Saturday, October 6, 2012

Anger Management

A couple of days ago I promised to tell you the story of the phone call I got from my teenaged daughter, so here it is:

"Mom, there's been a slight problem and the police want to talk with you."

I knew this day would come. Other parents of teenagers had prepared me well with their stories over the years. When my sixteen year-old daughter, Dania, called me Tuesday afternoon, thankfully I was nearby at the time.

The slight problem was a minor golf cart accident.  Her friend, we'll just call him Tony, was driving our golf cart and crashed into someone's mailbox.

I arrived on the scene to find a police truck with its lights flashing and blocking most of the road. Two large officers with hands on their hips were lecturing their captive audience. In the middle, were two weeping, red-faced teenage girls (Dania was one of them) and their two freaked out guy friends.

Off to the side in the driveway, was the man who owned the mailbox. He was a shirtless big guy with a long beard and a chest tattoo similar to the one below except without the patriotic message...

His tattoo, scrawled in very large bold letters simply said:



I bopped over to where everyone was standing and got in the middle of the circle of love.

To spare you an extra long story, I'll limit my experience to one word. Anger. There were two angry cops and four angry teenagers. The irony was that the guy with the giant tattoo wasn't angry. He was upset with the police for pulling him out of his house after the kids had already apologized and offered to pay for the mailbox.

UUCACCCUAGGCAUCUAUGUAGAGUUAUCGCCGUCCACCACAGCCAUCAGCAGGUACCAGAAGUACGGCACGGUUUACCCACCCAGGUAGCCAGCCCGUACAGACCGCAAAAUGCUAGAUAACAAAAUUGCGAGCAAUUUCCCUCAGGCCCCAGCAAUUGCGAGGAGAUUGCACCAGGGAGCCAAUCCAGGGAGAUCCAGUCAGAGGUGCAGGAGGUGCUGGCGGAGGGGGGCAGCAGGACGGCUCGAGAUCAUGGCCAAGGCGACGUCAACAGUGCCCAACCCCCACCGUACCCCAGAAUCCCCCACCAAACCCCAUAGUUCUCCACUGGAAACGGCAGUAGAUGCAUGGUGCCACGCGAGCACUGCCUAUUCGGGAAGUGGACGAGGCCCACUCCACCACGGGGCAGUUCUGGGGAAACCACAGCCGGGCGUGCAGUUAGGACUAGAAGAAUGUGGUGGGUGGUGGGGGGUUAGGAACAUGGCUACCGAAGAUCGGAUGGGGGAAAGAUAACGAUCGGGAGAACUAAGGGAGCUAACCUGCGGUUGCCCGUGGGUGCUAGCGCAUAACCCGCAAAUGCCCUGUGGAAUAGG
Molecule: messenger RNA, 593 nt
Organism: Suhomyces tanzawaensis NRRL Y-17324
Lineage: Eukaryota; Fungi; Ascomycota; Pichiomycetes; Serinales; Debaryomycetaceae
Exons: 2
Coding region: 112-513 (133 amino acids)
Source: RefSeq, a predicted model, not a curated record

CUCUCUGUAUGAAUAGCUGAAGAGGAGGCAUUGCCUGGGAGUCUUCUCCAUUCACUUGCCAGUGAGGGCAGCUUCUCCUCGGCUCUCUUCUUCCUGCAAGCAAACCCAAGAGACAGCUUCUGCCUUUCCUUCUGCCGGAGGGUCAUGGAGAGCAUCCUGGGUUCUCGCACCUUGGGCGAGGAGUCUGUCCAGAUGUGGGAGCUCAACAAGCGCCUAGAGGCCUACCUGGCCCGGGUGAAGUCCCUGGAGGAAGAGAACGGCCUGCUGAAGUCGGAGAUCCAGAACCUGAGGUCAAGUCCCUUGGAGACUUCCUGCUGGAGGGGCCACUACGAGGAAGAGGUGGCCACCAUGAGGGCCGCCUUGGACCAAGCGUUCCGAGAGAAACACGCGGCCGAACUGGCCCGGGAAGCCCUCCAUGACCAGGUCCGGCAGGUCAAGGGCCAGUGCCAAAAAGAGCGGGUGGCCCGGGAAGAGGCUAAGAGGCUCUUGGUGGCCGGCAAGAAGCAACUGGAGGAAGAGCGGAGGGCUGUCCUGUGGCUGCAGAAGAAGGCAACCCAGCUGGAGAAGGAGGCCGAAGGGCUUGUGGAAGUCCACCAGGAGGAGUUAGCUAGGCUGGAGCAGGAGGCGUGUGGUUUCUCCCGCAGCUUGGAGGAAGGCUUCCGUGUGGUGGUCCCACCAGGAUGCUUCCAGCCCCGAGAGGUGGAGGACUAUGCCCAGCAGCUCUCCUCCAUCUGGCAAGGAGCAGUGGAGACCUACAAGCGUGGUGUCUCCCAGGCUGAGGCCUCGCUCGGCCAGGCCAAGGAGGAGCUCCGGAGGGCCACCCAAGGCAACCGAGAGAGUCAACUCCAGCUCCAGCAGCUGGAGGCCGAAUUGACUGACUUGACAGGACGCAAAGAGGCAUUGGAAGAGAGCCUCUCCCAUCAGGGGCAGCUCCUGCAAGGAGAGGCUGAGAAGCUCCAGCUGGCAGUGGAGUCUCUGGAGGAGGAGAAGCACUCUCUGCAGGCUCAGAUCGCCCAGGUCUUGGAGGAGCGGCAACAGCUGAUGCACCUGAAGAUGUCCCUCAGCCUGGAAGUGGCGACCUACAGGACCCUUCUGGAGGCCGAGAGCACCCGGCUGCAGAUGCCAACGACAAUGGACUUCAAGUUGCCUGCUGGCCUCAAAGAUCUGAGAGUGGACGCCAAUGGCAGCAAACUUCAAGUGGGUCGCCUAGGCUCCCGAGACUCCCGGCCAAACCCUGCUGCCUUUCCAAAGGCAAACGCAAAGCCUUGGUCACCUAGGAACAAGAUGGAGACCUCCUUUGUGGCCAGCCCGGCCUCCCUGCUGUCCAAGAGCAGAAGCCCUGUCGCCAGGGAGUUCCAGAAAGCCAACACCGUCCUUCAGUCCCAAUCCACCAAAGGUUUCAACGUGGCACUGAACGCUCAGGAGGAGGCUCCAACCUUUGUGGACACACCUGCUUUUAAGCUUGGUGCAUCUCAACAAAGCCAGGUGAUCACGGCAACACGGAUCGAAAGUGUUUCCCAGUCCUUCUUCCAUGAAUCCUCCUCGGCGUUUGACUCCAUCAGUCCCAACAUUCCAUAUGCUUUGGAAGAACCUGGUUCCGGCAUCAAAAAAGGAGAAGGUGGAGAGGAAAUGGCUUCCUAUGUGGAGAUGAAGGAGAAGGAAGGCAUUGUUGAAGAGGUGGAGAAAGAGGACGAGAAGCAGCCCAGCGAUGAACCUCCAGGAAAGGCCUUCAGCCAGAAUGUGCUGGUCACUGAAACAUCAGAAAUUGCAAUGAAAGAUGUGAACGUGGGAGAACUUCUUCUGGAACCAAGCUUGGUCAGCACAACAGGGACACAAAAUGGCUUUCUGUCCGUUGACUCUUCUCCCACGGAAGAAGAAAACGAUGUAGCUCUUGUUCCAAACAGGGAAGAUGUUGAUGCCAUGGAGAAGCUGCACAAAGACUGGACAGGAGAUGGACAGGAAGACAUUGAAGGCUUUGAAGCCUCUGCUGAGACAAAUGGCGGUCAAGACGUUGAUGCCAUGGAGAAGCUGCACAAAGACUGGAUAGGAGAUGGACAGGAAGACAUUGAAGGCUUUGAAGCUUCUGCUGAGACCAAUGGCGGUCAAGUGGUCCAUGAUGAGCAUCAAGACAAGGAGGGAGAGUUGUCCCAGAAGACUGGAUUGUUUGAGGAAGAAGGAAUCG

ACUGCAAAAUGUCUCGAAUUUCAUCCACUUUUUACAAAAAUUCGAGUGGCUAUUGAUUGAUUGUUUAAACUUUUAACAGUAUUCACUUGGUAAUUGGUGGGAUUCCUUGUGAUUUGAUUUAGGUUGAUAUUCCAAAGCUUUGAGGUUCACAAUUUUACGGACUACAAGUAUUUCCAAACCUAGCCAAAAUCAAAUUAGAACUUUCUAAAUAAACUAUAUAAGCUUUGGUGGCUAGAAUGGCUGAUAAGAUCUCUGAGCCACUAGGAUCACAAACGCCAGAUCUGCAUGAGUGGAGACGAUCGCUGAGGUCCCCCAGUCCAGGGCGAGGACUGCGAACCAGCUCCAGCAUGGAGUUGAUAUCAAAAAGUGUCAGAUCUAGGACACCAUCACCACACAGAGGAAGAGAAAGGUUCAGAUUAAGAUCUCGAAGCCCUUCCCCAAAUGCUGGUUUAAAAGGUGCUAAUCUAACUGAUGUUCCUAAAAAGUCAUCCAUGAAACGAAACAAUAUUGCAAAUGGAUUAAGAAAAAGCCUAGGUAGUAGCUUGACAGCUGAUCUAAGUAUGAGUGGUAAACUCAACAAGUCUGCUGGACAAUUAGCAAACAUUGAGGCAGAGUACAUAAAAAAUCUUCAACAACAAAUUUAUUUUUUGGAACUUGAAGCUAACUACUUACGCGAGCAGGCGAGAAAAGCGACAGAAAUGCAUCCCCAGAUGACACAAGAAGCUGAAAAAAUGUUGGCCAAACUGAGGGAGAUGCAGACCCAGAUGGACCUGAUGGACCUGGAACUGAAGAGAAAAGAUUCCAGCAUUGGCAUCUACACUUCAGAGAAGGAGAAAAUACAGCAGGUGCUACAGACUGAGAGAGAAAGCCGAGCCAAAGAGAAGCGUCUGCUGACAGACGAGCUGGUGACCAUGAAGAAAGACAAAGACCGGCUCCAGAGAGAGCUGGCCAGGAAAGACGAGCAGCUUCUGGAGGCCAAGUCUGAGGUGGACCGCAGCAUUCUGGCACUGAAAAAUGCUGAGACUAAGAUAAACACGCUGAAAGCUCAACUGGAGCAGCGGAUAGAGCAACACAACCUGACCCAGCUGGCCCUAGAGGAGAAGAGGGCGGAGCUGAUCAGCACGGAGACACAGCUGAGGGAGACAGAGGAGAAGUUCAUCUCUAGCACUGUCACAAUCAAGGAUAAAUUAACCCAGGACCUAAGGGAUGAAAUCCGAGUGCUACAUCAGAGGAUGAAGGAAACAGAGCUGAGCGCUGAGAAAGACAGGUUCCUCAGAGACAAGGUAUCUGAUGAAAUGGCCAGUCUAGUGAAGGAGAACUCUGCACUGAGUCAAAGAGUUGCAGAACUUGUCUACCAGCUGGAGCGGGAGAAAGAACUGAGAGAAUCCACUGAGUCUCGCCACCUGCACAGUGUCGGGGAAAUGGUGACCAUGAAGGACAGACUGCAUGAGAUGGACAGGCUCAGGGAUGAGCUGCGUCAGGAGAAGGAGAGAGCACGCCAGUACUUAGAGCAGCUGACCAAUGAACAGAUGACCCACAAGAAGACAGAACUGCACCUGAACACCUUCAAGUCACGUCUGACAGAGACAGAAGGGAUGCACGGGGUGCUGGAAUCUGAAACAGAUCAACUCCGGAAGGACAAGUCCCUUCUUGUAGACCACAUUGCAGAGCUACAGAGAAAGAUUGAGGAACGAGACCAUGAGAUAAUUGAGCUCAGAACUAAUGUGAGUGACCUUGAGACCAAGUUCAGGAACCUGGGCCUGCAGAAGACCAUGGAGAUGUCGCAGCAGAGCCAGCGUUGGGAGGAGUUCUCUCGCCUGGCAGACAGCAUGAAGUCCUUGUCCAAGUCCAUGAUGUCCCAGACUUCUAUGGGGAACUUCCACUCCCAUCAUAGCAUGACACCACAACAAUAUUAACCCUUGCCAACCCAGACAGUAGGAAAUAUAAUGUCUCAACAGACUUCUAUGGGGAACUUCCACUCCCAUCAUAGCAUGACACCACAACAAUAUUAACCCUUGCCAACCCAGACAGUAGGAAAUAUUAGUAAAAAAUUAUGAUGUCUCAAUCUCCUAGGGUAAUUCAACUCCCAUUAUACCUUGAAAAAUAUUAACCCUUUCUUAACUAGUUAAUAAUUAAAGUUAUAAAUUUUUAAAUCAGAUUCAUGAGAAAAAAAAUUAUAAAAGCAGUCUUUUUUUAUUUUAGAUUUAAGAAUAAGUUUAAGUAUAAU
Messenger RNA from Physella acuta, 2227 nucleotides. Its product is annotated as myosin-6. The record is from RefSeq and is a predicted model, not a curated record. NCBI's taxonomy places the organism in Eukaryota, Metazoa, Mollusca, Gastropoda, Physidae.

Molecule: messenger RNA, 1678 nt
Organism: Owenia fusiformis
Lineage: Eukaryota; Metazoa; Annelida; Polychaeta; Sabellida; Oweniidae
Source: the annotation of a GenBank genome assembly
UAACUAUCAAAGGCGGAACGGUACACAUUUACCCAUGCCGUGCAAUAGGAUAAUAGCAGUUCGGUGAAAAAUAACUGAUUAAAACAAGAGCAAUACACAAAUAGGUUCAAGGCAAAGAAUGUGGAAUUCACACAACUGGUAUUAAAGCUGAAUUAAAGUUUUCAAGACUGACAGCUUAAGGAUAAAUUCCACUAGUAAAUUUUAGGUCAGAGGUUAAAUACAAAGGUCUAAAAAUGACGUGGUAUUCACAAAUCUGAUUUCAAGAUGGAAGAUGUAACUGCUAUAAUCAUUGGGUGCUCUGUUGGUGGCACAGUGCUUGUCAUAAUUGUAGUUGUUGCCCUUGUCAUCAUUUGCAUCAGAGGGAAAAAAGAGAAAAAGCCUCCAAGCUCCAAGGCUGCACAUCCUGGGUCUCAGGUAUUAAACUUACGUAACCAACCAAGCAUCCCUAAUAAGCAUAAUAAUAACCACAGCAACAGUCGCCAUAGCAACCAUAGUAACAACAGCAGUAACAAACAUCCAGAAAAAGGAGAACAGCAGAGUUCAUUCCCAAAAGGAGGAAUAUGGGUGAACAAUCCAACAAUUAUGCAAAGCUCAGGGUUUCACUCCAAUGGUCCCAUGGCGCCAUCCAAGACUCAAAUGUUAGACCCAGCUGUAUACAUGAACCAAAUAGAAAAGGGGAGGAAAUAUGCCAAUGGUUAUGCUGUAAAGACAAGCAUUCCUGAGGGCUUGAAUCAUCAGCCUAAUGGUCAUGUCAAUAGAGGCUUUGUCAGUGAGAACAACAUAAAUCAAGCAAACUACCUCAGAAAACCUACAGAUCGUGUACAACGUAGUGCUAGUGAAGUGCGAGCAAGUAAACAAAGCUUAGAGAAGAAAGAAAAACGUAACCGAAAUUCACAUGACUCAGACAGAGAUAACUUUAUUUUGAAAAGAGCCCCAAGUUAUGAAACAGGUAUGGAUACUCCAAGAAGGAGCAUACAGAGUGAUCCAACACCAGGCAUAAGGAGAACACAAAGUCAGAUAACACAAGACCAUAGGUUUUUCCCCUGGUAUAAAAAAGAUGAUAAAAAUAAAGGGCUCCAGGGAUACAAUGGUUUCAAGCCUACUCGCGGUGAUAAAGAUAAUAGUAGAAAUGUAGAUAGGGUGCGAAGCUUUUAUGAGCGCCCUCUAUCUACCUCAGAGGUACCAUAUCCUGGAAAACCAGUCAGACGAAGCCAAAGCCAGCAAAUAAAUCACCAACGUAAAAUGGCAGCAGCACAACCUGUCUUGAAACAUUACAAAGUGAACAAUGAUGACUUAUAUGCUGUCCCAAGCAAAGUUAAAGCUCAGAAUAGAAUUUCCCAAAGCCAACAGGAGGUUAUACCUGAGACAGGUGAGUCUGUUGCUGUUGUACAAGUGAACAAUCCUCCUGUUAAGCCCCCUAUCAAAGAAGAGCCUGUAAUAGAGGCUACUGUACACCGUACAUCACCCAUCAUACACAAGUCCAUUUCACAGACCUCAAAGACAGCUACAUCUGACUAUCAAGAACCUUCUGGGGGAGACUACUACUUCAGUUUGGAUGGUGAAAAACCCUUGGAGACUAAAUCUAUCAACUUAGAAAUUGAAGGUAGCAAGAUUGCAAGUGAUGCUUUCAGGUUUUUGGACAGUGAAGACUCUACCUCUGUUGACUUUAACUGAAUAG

Fortunately I'd prayed on the short drive over and quickly diffused the situation; I sent the cops on their way and soothed the kids. And no one got a ticket. This was amazing because my daughter was absolutely furious. The police had accused them of lying about having spoken to the homeowner and she was filled with a sense of injustice.

I was thankful she had the self-control to keep her mouth shut and not display her wrath to the officers. I was able to teach the kids the appropriate responses in an emergency situation, and remind them that while their pride was hurt, they were not.

A gentle answer turns away wrath, but a harsh word stirs up anger.   Proverbs 15:1

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